November 25, 2020

The Canary Islands investigates its marine ecosystem to protect it from climate change


Knowing how climate change and noise affect the marine ecosystem of the Canary Islands and its species in order to protect them is the ultimate goal of the “CanBio” research project, launched by the regional government and the Loro Parque Fundación.

“Climate change is going to affect certain species. The question is to have good prediction models of what increase in temperature there will be, what increase in acidity and how the increase in underwater noise will behave ”, he explained this Saturday at the Poema del Mar Aquarium in Las Palmas de Gran Canaria, the coordinator of CanBio and director of the Loro Parque Fundación, Javier Almunia.

The CanBio project aims to establish a network for marine monitoring of issues related to climate change, ocean acidification and underwater noise, and to learn how this affects critically endangered marine species in the archipelago, such as angelshark, mantelina or turtles , whose communities will be particularly affected by climate change.

In short, “CanBio’s philosophy is to try to establish a surveillance network that allows more precision when it comes to preserving these species”, Almunia stressed.

In the first phase of this research, a buoy has been installed in Gando, southeast of Gran Canaria, while the second will be installed in El Hierro over the next few weeks.

The project began in 2019 and will conclude in 2022, and the Canarian Government and Loro Parque Fundación have invested two million euros in equal parts for its development.

Both buoys have a tool that allows to measure the underwater environment and the amount of noise in the area and, in turn, carry out long-term monitoring, explained the ULL researcher Fernando Rosa, who recalls that the species Marinas are subjected to all the acoustic energy produced by boats, large, sports and even jet skis.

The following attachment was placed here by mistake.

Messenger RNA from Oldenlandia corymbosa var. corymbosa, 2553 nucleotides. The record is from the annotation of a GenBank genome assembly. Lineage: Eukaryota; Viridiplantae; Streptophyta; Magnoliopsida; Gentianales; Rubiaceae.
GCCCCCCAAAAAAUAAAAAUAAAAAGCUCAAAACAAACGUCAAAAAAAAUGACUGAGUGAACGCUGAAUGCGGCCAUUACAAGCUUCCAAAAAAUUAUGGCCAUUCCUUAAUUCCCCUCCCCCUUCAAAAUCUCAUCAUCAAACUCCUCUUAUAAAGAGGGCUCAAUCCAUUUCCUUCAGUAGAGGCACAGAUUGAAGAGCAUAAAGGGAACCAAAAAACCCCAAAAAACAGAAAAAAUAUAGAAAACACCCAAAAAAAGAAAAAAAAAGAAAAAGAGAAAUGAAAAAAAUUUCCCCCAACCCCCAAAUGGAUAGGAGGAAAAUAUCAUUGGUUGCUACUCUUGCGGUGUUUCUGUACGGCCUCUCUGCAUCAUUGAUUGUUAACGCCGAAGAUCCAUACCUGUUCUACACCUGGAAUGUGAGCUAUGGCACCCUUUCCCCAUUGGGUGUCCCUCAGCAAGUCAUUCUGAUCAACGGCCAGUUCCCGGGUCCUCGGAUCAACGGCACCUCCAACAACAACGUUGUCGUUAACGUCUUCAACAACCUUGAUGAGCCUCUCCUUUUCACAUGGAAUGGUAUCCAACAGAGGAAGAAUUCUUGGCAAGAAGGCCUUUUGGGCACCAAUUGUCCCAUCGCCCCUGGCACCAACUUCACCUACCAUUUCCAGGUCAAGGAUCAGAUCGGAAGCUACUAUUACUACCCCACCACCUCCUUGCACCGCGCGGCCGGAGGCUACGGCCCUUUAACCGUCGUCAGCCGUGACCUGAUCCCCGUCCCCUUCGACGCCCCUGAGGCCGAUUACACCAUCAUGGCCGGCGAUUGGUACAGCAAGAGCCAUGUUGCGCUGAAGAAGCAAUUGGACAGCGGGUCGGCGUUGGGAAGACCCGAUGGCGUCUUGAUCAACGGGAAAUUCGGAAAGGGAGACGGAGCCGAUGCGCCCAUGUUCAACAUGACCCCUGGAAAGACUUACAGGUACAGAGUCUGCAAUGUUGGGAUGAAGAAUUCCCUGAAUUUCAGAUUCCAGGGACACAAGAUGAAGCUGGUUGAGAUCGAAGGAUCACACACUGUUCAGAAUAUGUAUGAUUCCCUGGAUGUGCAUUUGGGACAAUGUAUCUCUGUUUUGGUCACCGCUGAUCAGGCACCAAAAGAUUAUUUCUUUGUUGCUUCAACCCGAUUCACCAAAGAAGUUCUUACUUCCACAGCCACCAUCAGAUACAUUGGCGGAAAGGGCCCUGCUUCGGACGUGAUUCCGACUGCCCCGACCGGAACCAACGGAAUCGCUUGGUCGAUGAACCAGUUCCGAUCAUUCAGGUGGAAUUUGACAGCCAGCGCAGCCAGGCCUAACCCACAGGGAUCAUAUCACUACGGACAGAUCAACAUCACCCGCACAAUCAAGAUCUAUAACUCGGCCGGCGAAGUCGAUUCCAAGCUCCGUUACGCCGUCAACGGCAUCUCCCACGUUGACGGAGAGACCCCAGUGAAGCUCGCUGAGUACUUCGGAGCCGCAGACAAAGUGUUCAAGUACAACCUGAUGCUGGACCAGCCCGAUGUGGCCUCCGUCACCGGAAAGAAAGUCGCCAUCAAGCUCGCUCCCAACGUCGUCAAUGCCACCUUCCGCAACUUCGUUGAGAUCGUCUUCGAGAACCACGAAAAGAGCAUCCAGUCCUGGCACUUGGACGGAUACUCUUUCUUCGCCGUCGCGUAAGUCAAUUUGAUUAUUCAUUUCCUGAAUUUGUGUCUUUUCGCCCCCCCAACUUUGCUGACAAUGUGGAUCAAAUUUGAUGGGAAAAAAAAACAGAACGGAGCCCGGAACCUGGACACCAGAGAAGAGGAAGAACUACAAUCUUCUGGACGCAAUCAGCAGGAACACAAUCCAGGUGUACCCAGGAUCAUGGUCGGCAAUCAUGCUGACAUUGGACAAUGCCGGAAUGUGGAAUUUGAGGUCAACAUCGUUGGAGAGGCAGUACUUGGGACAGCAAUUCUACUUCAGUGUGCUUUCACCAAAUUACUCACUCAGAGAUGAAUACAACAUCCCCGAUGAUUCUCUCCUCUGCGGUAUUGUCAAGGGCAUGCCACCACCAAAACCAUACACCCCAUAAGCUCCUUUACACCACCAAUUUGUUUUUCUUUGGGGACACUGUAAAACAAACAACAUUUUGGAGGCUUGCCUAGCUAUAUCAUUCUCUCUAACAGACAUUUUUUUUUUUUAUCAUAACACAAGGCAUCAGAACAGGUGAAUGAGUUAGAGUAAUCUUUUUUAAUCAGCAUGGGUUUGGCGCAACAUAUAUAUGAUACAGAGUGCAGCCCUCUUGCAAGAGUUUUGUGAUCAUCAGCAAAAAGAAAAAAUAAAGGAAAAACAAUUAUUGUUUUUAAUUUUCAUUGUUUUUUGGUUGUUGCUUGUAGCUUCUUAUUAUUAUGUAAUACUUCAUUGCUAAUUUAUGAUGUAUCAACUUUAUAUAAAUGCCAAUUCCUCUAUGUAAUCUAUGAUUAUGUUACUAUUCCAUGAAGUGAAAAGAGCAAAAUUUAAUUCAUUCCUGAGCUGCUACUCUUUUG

“All the information collected will allow us to have a much better understanding of this treasure of biodiversity that we have in the Canary Islands”, the project coordinator celebrated.

Almunia has specified that the results will offer “a clearer idea of ​​how to protect the species”, but also information on “how to find places where the temperature, acidity and noise are going to be lower, and thus be able to protect them now that we are still on time”.

On the other hand, he warned that although “actions can still be developed to reduce noise or reduce CO2 emissions into the atmosphere”, currently there is “the inertia of increase that, even with drastic measures , it would continue to increase for a while ”.

For this reason, he highlighted the importance of “measuring” and “knowing what the problem is at the moment” in order to “know how to act to mitigate both noise and CO2 emissions”.

The Canarian Councilor for Ecological Transition, Fight against Climate Change and Territorial Planning, José Antonio Valbuena, the vice president of Loro Parque, Christoph Kiessling, the rector of the University of Las Palmas de Gran, also participated in the presentation of this project. Canaria, Rafael Robaina, and the Vice-Rector for Research of the University of La Laguna, Ernesto Pereda.

The counselor José Antonio Valbuena has highlighted that in the Canary Islands, thanks to the sea, “previous generations looked for opportunities in other territories”, just as “people from Africa seek opportunities to reach Europe”.

“The sea has been our sustenance for life for many years and, therefore, we are obliged to preserve our oceans, to pamper and care for them,” he added, insisting that the ultimate goal is “to protect biodiversity.”

Valbuena has proposed to the Loro Parque Fundación the possibility of renewing the collaboration of the institutions in 2022 so that this research project and protection of the marine biodiversity of the Canary Islands can continue to reveal information.

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